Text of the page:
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Every Bible student must appreciate that an English translation is just that – a translation.  Each translation carries its own nuances because there are not many words with a one-to-one correlation.  Sometimes it is good to refer back to the original language.

For the Day 163 reading, Acts 23:11 stood out, and it reads in the ESV translation:

11 The following night the Lord stood by him and said, “Take courage, for as you have testified to the facts about me in Jerusalem, so you must testify also in Rome.”

The phrase that stood out read “for as you have testified to the facts about me” and especially use of the phrase “the facts about me [Jesus].” The reason it stood out was because the saving gospel of Jesus Christ comprises facts, historical facts that possess historicity.  So I was encouraged to see Jesus advise Paul to testify to “the facts about” Jesus.

Because the saving gospel is about facts, at a minimum, it is important that Christ-followers understand the facts.  If possible, it is valuable for a Christ-follower to be able to establish the historicity of the facts of the gospel.  Both goals are important and the phrase “the facts about” Jesus in Acts 23:11 seems to intensify those goals.

As I began to look into this verse in more detail, I found that other translations did not contain my phrase-of-interest.  For example, the following English translations read:

Acts 23:11 (NASB95) – 11 But on the night immediately following, the Lord stood at his side and said, “Take courage; for as you have solemnly witnessed to My cause at Jerusalem, so you must witness at Rome also.”

Acts 23:11 (NET) – 11 The following night the Lord stood near Paul and said, “Have courage, for just as you have testified about me in Jerusalem, so you must also testify in Rome.”

Notice that the NASB95 and NET do not say a thing about “the facts” and such absence caused me pause.  When faced with kind of issue, it makes sense to return to the Greek, which reads (NA28):

11 Τῇ δὲ ἐπιούσῃ νυκτὶ ἐπιστὰς αὐτῷ ὁ κύριος εἶπεν· Θάρσει· ὡς γὰρ διεμαρτύρω τὰ [the facts] περὶ ἐμοῦ εἰς Ἰερουσαλήμ, οὕτως σε δεῖ καὶ εἰς Ῥώμην μαρτυρῆσαι.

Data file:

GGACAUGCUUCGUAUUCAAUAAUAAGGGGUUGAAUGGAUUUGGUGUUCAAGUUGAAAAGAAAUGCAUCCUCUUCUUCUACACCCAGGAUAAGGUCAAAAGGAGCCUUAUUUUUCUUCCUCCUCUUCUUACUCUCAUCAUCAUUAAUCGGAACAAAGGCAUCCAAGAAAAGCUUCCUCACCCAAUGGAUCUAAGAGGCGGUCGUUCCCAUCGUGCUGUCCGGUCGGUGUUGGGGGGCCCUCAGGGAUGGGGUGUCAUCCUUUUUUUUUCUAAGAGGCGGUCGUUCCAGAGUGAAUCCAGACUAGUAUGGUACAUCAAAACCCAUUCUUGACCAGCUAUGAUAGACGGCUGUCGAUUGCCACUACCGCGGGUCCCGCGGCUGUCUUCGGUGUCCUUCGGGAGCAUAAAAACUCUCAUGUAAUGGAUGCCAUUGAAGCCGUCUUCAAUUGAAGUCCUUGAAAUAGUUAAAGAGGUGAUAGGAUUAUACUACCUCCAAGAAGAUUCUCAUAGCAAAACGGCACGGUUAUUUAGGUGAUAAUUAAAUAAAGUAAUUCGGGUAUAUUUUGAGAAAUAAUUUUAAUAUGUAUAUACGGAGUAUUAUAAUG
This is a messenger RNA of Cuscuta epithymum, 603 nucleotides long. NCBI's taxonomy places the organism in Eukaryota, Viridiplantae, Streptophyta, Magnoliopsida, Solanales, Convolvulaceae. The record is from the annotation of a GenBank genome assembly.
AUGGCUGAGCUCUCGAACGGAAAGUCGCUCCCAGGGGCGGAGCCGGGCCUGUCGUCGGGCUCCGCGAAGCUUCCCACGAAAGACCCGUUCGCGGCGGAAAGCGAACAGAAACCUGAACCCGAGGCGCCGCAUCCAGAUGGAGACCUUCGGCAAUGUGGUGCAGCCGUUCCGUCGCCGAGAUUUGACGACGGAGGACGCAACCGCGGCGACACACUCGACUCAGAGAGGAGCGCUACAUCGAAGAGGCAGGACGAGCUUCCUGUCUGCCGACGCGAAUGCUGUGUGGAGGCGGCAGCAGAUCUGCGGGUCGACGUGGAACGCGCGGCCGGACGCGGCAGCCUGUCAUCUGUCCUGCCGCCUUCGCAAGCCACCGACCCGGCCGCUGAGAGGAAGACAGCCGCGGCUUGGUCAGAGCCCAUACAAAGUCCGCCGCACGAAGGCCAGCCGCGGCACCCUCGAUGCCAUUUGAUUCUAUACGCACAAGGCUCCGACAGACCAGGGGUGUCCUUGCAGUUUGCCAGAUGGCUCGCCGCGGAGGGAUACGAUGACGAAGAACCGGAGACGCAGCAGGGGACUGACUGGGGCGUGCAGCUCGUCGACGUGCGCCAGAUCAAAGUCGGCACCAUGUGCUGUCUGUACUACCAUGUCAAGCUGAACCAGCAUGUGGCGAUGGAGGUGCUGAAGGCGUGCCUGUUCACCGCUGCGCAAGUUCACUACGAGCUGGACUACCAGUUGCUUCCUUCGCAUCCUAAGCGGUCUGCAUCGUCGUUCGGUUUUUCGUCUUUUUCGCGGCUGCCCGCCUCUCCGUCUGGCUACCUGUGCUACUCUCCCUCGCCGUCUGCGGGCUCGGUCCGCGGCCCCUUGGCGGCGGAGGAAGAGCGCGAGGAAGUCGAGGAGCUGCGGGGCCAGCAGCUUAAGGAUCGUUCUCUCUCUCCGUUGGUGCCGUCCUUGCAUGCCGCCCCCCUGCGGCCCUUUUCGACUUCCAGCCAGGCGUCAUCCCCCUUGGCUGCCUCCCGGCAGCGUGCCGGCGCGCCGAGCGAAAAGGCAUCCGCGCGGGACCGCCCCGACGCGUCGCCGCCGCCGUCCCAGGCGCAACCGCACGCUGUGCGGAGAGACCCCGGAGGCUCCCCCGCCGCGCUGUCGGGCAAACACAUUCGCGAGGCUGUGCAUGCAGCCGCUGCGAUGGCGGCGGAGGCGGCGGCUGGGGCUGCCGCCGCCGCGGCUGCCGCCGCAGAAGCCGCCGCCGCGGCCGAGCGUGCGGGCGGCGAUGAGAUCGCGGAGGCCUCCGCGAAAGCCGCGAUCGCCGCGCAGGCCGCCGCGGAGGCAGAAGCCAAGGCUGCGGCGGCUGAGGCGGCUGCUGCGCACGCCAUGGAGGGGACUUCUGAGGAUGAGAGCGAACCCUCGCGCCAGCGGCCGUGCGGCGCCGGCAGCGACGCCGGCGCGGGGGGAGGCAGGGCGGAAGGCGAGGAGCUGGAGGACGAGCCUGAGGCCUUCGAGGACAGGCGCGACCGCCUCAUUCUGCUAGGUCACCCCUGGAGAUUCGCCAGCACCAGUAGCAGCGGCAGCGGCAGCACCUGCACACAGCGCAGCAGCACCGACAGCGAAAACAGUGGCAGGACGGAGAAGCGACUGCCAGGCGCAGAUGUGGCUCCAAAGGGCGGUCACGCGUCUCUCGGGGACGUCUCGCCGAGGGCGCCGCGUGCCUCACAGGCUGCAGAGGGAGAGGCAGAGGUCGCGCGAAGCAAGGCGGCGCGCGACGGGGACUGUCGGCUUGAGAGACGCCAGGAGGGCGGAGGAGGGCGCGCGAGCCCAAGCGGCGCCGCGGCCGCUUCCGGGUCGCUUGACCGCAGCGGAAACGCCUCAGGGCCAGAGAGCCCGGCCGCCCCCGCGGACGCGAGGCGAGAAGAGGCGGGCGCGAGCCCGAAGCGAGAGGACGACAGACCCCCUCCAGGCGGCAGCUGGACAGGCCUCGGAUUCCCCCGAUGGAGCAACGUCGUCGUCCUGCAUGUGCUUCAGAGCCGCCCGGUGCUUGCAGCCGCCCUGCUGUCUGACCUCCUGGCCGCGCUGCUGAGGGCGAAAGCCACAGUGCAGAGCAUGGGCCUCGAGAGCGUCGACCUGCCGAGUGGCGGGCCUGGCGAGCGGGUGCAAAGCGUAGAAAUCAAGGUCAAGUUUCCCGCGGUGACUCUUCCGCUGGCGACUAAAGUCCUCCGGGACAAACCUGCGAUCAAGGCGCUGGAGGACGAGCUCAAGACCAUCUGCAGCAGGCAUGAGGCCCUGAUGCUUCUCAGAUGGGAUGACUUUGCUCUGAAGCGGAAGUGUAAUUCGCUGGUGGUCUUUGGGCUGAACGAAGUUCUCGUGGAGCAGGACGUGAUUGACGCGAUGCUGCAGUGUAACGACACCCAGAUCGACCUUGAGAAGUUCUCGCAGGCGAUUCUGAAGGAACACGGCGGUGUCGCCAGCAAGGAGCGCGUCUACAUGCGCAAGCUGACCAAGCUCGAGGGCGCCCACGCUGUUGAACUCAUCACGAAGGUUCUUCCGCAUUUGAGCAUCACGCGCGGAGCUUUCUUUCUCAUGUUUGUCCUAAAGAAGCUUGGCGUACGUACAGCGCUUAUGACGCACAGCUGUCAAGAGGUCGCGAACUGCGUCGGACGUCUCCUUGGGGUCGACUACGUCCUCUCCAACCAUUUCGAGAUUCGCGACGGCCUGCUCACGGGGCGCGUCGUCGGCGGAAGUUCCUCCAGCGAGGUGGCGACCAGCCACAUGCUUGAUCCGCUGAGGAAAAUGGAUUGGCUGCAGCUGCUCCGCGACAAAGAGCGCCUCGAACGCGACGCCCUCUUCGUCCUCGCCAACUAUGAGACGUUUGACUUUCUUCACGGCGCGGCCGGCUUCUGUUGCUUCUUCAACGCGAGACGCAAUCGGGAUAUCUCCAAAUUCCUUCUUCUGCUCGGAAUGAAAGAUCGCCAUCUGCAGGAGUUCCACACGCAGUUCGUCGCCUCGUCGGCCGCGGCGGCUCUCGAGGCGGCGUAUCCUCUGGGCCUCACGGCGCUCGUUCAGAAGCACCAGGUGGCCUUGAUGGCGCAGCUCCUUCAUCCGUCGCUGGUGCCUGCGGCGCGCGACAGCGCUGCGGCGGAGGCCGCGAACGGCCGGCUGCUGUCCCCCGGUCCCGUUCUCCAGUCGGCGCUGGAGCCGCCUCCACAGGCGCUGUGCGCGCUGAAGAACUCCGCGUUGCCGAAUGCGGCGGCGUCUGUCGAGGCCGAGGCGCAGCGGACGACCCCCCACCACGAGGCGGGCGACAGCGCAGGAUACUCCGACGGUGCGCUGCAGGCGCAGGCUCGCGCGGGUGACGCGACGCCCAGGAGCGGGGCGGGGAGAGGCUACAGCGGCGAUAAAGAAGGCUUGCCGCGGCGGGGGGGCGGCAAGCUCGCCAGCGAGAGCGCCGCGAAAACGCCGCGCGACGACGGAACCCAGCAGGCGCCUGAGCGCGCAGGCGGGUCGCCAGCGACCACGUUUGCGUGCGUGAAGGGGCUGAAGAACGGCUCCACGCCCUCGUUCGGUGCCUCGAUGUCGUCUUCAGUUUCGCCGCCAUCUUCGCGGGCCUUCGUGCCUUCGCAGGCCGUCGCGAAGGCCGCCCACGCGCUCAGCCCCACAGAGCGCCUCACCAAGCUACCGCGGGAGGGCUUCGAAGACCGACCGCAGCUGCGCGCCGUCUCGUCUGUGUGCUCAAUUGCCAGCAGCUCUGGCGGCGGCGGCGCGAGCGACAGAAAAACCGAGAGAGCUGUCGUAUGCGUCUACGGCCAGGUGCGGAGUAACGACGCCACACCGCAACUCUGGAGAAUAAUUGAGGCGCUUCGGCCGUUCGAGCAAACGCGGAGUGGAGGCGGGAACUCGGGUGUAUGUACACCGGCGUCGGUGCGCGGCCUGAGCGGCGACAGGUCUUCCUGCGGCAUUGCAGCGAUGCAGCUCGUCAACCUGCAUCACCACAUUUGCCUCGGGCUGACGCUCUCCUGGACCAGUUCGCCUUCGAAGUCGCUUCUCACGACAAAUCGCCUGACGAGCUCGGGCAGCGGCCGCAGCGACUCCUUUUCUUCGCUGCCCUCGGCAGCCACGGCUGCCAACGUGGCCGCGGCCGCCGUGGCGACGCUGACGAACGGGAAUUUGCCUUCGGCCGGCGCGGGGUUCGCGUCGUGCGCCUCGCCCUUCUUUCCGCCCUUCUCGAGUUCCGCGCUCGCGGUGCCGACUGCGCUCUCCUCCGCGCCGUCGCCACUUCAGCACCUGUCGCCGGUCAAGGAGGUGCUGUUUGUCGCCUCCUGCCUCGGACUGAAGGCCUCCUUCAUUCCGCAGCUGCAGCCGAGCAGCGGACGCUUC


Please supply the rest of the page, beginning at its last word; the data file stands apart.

Using the Exegetical Guide from Logos 8, I found that the ESV translated the article ho (in the accusative case it is “ta”) to the phrase “the facts.”  One lexicon (Louw, J. P., & Nida, E. A. (1996). Greek-English lexicon of the New Testament: based on semantic domains (electronic ed. of the 2nd edition., Vol. 1, p. 815). New York: United Bible Societies) defines this article means:

92.24 ὁ, ἡ, τό (pl. οἱ, αἱ, τά): a reference to an entity, event, or state, clearly identified by the linguistic or non-linguistic context of the utterance—‘the, he, she, it.’

The ESV translates the verb diamartyromai as “you have testified to” and according to Louw et al., it means, “to make a serious declaration on the basis of presumed personal knowledge—‘to declare, to assert, to testify.’”

Please understand what I know about NT Greek is very little and what I do not know is quite a lot.  Keeping this in mind, it is my supposition that the ESV translated ho as the phrase “the facts” to elaborate on the meaning of the verb which has an inference of testifying based on personal knowledge, i.e., facts. 

What I take away from this exercise is when my Bible study places importance on a particular English word, I must make sure the English translation is close to the original language.  It is important to check to see that the translation did not add or subtract something that is important to your study.  In this case, before I looked into the text, I was going to stress the factual nature of the gospel of Jesus Christ by emphasizing that Jesus said that Paul “testified to the facts about me.”  But, since the phrase “the facts” may be inferred from the verb-article combination, I chose not to place any emphasis on that phrase.  This, of course, does not diminish the importance of proclaiming the facts of the gospel since they comprise historical facts which are provable as authentic and worthy to be relied on.

If you are reading this post and are not a Christian, unless God intervenes, your eternal destination is hell.  But, your destiny can change.  Today can be the day of your salvation.  Please see my blog ( for a description of how you can be saved.

The Professor Grant Horner Bible Reading System is a great 500 day Bible reading plan.   The following link presents a description of the plan (  My goal is to briefly share my thoughts on the passage that stands out the most for me each day.  For Day 163, Acts 23:11 was the passage that stood out.


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